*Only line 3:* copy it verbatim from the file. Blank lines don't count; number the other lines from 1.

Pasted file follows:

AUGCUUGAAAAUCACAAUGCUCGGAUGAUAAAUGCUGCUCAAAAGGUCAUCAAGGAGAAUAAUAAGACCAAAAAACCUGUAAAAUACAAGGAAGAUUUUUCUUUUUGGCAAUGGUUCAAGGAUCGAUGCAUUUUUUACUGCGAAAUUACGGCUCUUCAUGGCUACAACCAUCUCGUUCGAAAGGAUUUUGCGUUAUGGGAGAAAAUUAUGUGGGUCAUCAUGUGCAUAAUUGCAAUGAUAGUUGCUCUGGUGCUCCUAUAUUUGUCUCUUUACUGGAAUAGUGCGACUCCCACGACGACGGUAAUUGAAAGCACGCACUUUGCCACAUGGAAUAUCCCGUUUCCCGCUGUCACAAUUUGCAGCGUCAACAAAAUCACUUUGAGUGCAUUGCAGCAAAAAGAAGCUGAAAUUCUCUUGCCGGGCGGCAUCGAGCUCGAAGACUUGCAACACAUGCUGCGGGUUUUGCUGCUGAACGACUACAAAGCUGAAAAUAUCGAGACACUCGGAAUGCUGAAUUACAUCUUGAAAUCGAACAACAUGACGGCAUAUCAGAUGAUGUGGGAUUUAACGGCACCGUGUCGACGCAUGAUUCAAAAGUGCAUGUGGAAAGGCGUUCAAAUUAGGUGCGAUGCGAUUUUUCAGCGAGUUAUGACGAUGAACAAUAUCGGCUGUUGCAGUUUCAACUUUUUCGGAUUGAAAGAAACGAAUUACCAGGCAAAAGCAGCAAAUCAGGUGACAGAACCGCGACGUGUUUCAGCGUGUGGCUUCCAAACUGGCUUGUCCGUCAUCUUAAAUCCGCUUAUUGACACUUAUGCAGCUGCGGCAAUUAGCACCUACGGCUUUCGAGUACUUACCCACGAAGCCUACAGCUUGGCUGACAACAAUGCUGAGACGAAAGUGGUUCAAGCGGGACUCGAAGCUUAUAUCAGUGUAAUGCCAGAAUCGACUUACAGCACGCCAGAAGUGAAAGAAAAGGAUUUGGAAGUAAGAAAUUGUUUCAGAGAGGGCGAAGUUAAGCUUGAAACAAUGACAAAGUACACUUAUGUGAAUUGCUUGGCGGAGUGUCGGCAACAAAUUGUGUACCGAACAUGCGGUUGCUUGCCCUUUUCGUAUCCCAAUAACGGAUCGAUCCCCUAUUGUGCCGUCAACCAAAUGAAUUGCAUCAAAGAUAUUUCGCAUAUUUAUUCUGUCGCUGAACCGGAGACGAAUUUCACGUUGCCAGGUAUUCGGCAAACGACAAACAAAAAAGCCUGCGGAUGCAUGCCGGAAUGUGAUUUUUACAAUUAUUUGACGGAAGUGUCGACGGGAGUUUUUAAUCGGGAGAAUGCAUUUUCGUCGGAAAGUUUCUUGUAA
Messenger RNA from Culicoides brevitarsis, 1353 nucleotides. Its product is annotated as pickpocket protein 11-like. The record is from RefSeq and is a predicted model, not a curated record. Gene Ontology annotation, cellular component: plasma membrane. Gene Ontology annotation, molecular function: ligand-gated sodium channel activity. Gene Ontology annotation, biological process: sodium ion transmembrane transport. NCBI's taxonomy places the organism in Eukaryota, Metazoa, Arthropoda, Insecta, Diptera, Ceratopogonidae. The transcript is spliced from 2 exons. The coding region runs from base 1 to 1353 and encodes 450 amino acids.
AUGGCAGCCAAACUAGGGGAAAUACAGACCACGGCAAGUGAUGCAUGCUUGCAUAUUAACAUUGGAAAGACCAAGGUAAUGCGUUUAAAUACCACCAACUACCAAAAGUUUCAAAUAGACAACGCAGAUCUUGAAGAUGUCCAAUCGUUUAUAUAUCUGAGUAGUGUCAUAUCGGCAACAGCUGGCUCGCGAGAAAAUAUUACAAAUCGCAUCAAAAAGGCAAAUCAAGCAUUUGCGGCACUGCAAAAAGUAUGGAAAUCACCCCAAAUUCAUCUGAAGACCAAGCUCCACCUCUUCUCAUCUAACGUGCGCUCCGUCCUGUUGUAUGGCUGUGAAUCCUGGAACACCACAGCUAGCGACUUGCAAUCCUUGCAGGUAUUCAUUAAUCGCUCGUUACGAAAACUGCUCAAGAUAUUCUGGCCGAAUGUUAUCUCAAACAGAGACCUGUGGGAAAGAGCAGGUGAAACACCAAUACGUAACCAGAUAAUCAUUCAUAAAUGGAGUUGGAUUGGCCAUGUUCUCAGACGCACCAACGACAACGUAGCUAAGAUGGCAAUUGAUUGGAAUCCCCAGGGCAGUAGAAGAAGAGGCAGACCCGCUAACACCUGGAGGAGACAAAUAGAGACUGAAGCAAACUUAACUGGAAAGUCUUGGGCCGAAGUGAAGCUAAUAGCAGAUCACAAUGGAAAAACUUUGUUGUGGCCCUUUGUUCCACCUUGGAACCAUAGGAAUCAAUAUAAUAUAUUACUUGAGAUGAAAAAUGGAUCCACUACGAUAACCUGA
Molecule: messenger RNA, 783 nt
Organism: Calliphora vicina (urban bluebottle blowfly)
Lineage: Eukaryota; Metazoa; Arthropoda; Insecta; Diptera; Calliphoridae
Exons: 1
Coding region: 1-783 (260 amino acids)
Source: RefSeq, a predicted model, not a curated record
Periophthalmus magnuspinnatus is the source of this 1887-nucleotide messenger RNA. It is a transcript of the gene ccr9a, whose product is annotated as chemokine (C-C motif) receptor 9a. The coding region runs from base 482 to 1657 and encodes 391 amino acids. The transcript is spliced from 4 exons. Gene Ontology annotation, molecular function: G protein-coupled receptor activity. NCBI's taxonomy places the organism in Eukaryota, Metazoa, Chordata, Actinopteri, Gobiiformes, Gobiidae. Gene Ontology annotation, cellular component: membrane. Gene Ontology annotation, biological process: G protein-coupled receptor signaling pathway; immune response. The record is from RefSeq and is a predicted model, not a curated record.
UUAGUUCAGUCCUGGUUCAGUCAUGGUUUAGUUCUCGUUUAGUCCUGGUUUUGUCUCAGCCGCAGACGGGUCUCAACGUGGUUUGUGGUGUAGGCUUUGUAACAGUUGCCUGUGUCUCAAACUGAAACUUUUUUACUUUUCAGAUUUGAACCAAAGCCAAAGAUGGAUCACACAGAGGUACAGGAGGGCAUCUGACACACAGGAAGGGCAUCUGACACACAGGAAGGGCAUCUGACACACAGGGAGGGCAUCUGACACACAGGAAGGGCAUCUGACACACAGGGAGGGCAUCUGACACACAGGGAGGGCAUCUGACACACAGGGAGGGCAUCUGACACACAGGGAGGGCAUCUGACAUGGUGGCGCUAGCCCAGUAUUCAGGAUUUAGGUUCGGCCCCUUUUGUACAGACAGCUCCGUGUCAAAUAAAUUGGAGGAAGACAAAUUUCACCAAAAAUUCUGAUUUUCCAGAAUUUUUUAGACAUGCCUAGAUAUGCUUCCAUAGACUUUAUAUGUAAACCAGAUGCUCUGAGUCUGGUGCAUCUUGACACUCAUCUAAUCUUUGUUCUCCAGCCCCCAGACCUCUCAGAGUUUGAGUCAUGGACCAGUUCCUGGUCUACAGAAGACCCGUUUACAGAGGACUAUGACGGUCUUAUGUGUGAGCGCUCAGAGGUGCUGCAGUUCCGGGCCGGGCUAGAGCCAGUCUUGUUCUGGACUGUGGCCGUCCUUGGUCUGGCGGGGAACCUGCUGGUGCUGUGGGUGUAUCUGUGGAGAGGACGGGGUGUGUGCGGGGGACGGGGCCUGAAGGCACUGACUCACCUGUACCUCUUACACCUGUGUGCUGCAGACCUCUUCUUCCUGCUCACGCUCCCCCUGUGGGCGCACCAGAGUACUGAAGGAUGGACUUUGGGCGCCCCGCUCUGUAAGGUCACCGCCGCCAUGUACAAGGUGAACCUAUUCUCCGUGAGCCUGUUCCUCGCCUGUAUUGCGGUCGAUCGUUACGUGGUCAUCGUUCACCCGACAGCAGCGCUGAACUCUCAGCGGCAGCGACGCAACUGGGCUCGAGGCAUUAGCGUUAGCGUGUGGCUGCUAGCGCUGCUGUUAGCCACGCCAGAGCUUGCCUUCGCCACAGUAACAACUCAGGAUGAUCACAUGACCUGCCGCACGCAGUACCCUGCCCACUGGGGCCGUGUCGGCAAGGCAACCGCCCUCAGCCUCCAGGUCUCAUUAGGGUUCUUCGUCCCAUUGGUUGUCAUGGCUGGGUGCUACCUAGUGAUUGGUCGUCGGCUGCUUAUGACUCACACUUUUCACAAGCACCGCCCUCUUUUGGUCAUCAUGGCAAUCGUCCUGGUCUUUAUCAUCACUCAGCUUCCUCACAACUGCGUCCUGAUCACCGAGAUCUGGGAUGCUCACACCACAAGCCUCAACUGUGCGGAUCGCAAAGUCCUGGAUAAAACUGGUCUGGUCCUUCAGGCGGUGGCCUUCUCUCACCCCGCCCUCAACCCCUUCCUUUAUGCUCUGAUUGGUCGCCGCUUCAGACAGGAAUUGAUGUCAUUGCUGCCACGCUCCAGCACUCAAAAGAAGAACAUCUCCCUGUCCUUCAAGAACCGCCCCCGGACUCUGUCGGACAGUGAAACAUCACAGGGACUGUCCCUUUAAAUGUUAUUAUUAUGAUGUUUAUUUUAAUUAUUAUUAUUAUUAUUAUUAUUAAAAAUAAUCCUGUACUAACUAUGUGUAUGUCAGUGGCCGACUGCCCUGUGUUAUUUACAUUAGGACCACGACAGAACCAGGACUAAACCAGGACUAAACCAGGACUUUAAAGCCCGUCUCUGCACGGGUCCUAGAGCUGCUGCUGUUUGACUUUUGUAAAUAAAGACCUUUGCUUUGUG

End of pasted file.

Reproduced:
AUGGCAGCCAAACUAGGGGAAAUACAGACCACGGCAAGUGAUGCAUGCUUGCAUAUUAACAUUGGAAAGACCAAGGUAAUGCGUUUAAAUACCACCAACUACCAAAAGUUUCAAAUAGACAACGCAGAUCUUGAAGAUGUCCAAUCGUUUAUAUAUCUGAGUAGUGUCAUAUCGGCAACAGCUGGCUCGCGAGAAAAUAUUACAAAUCGCAUCAAAAAGGCAAAUCAAGCAUUUGCGGCACUGCAAAAAGUAUGGAAAUCACCCCAAAUUCAUCUGAAGACCAAGCUCCACCUCUUCUCAUCUAACGUGCGCUCCGUCCUGUUGUAUGGCUGUGAAUCCUGGAACACCACAGCUAGCGACUUGCAAUCCUUGCAGGUAUUCAUUAAUCGCUCGUUACGAAAACUGCUCAAGAUAUUCUGGCCGAAUGUUAUCUCAAACAGAGACCUGUGGGAAAGAGCAGGUGAAACACCAAUACGUAACCAGAUAAUCAUUCAUAAAUGGAGUUGGAUUGGCCAUGUUCUCAGACGCACCAACGACAACGUAGCUAAGAUGGCAAUUGAUUGGAAUCCCCAGGGCAGUAGAAGAAGAGGCAGACCCGCUAACACCUGGAGGAGACAAAUAGAGACUGAAGCAAACUUAACUGGAAAGUCUUGGGCCGAAGUGAAGCUAAUAGCAGAUCACAAUGGAAAAACUUUGUUGUGGCCCUUUGUUCCACCUUGGAACCAUAGGAAUCAAUAUAAUAUAUUACUUGAGAUGAAAAAUGGAUCCACUACGAUAACCUGA